I'm an English teacher and while I accept that both 'Do you have questions?' and 'You have questions?' are plausible translations of 'Macie pytania?' it is important to be aware that they are both fairly clumsy in English. A more fluent translation would be 'Do you have any questions?' or simply 'Any questions?' For example, if I explain a difficult grammar point I finish by saying (slowly) 'Do you have any questions?' (I want to reassure my students that I'm there to help them.) At the end of lessons or tutorials I just say 'Any questions?'
Sorry if this is too in depth an analysis considering we're learning Polish but I hope somebody will find it useful.
The omission of "any" in the Polish translation in the plural noun determiner is analogous to Polish having no articles at all. It's reasonable that it was left out in a Polish-to-English.
Masz pytanie? = Do you have a question?
Macie pytania? = Do you have any questions?
This is a Polish course for English-speakers. Let's worry about the Polish. If you speak English, you get it anyway.
But is not "You have questions?" more like a rhetoric question or does it mean the same as "Do you have questions?."
Because I think I would translate "You have questions?" to "Wy macie pytania?", which is not a real question, but a disbelief. (with you=wy, stressed).
But If you are native English speaker, and believe that in standard English (British or American) both questions mean the same, then you should report it.
As a native speaker, in written and spoken English they mean the same. We wouldn't use "You have questions" rhetorically because we'd always only say it to invite people to ask. We would not say "You have questions" as a statement... Always as a question. I reported it as well, as I think both should be accepted.
As a native English speaker, "Do you have questions?"and "You have questions?" written, are the same thing to me.
But your second part makes sense as well. I suppose it depends on the context.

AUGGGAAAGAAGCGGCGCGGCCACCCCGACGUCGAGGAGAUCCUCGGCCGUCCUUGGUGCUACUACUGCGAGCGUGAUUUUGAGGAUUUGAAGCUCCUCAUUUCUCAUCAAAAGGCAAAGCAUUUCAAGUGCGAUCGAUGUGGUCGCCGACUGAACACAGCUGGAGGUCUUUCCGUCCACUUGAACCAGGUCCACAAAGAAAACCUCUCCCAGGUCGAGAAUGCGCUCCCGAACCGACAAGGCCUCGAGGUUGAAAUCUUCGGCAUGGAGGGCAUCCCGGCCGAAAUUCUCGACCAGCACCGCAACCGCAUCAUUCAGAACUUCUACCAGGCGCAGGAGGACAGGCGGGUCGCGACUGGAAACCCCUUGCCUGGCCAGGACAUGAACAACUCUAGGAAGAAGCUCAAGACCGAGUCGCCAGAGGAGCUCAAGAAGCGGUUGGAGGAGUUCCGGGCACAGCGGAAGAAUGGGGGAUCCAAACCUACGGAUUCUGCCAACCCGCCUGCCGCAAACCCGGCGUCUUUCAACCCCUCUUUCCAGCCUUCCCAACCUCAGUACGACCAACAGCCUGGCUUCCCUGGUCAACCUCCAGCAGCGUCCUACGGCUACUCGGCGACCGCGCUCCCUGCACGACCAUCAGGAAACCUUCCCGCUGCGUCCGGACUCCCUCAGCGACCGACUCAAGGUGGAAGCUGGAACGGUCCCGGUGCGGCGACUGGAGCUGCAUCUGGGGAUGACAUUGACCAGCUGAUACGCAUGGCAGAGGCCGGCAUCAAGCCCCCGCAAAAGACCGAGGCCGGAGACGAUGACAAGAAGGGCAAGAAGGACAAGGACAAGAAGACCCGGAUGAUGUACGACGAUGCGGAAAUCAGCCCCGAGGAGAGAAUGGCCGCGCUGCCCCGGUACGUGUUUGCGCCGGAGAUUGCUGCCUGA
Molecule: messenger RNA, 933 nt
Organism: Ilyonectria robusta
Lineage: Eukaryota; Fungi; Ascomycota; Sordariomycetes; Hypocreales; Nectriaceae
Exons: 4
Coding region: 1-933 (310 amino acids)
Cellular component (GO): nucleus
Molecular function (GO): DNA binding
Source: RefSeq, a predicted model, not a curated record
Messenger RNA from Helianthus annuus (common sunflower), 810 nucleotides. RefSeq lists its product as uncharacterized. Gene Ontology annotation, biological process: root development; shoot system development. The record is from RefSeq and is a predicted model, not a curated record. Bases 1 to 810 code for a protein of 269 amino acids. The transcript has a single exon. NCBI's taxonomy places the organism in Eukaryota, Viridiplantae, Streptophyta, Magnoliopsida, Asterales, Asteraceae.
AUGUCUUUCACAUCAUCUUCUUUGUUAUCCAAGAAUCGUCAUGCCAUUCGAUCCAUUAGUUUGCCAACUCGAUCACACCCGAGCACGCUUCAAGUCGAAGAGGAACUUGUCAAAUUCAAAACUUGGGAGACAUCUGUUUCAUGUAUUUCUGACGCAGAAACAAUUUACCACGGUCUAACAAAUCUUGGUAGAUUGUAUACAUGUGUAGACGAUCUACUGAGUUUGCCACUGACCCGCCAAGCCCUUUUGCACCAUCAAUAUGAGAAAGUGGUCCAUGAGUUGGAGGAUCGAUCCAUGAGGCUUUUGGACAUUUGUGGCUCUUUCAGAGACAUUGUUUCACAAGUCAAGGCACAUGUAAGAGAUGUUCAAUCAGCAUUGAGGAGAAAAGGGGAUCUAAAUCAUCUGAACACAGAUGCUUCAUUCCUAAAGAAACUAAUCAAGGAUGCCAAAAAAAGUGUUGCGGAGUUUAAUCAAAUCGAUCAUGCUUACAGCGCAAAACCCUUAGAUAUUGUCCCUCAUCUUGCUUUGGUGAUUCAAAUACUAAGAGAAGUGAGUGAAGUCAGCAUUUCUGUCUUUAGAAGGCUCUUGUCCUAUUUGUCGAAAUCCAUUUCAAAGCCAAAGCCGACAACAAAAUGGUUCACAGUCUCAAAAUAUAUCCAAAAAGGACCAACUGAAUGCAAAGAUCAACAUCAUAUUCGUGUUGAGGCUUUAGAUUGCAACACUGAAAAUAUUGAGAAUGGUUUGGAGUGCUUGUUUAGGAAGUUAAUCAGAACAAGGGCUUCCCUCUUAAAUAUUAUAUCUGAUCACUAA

There is also the matter of level of colloquialism – I doubt you would use "You have questions?" To address the Queen for example but Polish "Macie pytania?" is not colloquial at all, just a bit blunt – to translate "You have questions?" while maintaining the level of colloquialism, you would have to use "Pytania?" in Polish, imho. ;-)
nobody days "wy" to her majesty. :P
But that is right. "macie pytania?" is a normal question to be asked by a teacher at the end of lecture.
You're right and it should be accepted. Forms like that, despite being coloquial or sometimes even not entirely grammatically correct, are generally accepted on this site.
And I think it's good because it helps really often, when you it would take you four times longer to build a perfect sentence in English with inversion, auxiliary verbs etc. If you want to do it, it's great. But I think what matters most is whether or not you understand the sentence in the language you are learning.
Because "You have questions" isn't a question. In Polish you can add a question mark to the sentence to change it into a question. In English you can't do this.
------------ singular plural
nominative pytanie pytania
genitive pytania pytań
dative pytaniu pytaniom
accusative pytanie pytania
instrumental pytaniem pytaniami
locative pytaniu pytaniach
vocative pytanie pytania